The United States reported nearly 173,000 new COVID-19 cases and over 2,100 deaths Tuesday, the deadliest day in more than six months. Hospitalizations are at an all-time high at nearly 90,000. The U.S. death toll is now approaching 260,000.
In California, COVID-19 hospitalizations have gone up over 80% in the past two weeks, with ICU hospitalizations increasing by over 50%. Much of California imposed a curfew over the weekend in hopes of slowing a surge that health officials fear will only get worse due to Thanksgiving travel and gatherings. Eleven states, many in the Midwest, have recorded more deaths in the past week than in any other week since the pandemic began.
The White House Coronavirus Task Force said Tuesday 6.4 million doses of Pfizer’s vaccine will be distributed across the country by mid-December, with frontline healthcare workers receiving the first doses. The vaccine was found to be 95% effective in trials, though it must still undergo a final authorization before widespread usage.
French President Emmanuel Macron announced the country’s second wave had passed and he would start to ease lockdown measures, though bars and restaurants will remain closed for at least another two months. France has registered the fourth-highest number of infections since the pandemic started, behind Brazil, India and the U.S.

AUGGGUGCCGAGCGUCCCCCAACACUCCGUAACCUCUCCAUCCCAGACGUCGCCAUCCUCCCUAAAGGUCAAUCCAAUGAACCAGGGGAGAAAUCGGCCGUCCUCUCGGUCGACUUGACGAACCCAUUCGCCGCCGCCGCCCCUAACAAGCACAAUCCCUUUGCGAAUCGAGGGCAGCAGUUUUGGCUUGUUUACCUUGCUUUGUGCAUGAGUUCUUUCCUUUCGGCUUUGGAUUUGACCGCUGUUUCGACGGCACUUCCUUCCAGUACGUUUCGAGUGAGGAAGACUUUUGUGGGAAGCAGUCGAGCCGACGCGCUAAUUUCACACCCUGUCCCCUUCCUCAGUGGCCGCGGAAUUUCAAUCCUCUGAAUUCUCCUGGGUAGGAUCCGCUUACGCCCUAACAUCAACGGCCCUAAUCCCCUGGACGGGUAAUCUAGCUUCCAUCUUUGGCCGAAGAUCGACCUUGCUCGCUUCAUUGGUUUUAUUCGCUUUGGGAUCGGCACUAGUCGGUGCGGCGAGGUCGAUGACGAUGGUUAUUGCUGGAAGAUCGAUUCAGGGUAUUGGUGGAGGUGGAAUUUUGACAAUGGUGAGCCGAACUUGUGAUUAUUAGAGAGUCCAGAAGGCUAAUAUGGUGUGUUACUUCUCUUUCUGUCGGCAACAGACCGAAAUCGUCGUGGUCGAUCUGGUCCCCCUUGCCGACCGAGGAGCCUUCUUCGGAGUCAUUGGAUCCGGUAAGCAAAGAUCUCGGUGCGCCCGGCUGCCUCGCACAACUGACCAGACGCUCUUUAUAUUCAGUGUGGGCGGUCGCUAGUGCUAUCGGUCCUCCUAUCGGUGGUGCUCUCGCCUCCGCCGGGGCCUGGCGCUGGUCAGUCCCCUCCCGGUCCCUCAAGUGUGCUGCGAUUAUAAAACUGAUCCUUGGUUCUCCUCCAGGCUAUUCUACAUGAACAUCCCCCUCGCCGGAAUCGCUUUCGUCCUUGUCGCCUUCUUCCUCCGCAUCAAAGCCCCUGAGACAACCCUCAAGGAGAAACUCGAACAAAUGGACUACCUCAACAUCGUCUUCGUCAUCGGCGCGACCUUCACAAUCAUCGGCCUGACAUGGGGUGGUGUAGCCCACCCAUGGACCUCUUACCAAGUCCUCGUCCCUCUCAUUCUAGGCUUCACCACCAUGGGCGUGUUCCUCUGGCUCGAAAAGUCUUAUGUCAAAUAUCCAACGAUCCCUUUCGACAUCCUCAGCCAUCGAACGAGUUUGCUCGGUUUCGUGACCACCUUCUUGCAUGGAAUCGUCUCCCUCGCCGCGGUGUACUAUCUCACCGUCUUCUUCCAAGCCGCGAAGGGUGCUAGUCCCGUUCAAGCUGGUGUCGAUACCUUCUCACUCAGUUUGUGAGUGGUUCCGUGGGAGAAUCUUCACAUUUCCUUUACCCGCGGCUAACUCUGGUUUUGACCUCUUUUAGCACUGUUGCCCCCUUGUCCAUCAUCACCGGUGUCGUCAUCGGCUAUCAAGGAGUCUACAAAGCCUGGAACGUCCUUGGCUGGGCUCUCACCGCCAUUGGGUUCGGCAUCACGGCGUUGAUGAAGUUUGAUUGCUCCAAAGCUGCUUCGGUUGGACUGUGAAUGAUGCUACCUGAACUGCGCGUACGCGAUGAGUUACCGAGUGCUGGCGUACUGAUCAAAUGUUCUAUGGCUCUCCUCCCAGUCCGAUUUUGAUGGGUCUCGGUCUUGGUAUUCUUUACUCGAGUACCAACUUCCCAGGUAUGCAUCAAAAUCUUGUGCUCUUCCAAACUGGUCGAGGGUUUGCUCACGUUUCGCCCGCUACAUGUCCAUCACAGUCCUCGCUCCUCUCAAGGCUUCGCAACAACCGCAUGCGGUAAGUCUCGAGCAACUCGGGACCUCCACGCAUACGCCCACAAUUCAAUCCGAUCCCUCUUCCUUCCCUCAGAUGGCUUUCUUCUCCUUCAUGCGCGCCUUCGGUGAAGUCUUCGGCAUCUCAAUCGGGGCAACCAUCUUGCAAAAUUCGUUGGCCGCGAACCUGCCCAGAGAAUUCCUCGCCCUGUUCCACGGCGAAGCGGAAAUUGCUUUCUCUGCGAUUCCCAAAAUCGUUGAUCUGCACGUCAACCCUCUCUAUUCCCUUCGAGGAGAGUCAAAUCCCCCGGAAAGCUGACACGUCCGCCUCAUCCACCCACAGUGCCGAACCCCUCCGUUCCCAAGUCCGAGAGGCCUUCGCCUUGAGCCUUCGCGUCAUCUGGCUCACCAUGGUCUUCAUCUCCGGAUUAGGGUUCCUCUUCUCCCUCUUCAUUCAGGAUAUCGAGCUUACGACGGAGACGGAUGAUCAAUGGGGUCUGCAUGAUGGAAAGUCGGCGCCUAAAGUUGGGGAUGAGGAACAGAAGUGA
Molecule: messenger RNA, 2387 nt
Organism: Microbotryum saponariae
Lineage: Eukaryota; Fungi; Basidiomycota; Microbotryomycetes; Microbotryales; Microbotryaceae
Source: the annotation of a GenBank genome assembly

Meanwhile, in neighboring Italy, officials reported over 850 deaths Tuesday, the highest daily toll since the height of the first wave of the pandemic in March. Spain also recorded its highest death toll since the start of its second wave, with over 530 deaths.
In medical news, Russia says its Sputnik vaccine is over 95% effective in trials. Countries including Saudi Arabia, the Philippines, Brazil and India have expressed interest in acquiring the vaccine, though some health experts warn more extensive testing is needed.
President-elect Joe Biden has formally introduced part of his national security team. On Tuesday, Biden spoke in Wilmington, Delaware, alongside secretary of state nominee Tony Blinken, national intelligence director nominee Avril Haines, homeland security secretary nominee Alejandro Mayorkas, national security adviser nominee Jake Sullivan and U.N. ambassador nominee Linda Thomas-Greenfield, who vowed to embrace multilateralism.
Linda Thomas-Greenfield: “My fellow career diplomats and public servants around the world, I want to say to you: America is back. Multilateralism is back. Diplomacy is back.”
Biden’s special envoy for climate, John Kerry, also spoke.
John Kerry: “To end this crisis, the whole world must come together. You’re right to rejoin Paris on day one. And you’re right to recognize that Paris alone is not enough.”
Biden has yet to decide on several key posts in his national security team, including defense secretary and CIA director. We will have more on Biden’s Cabinet picks after headlines.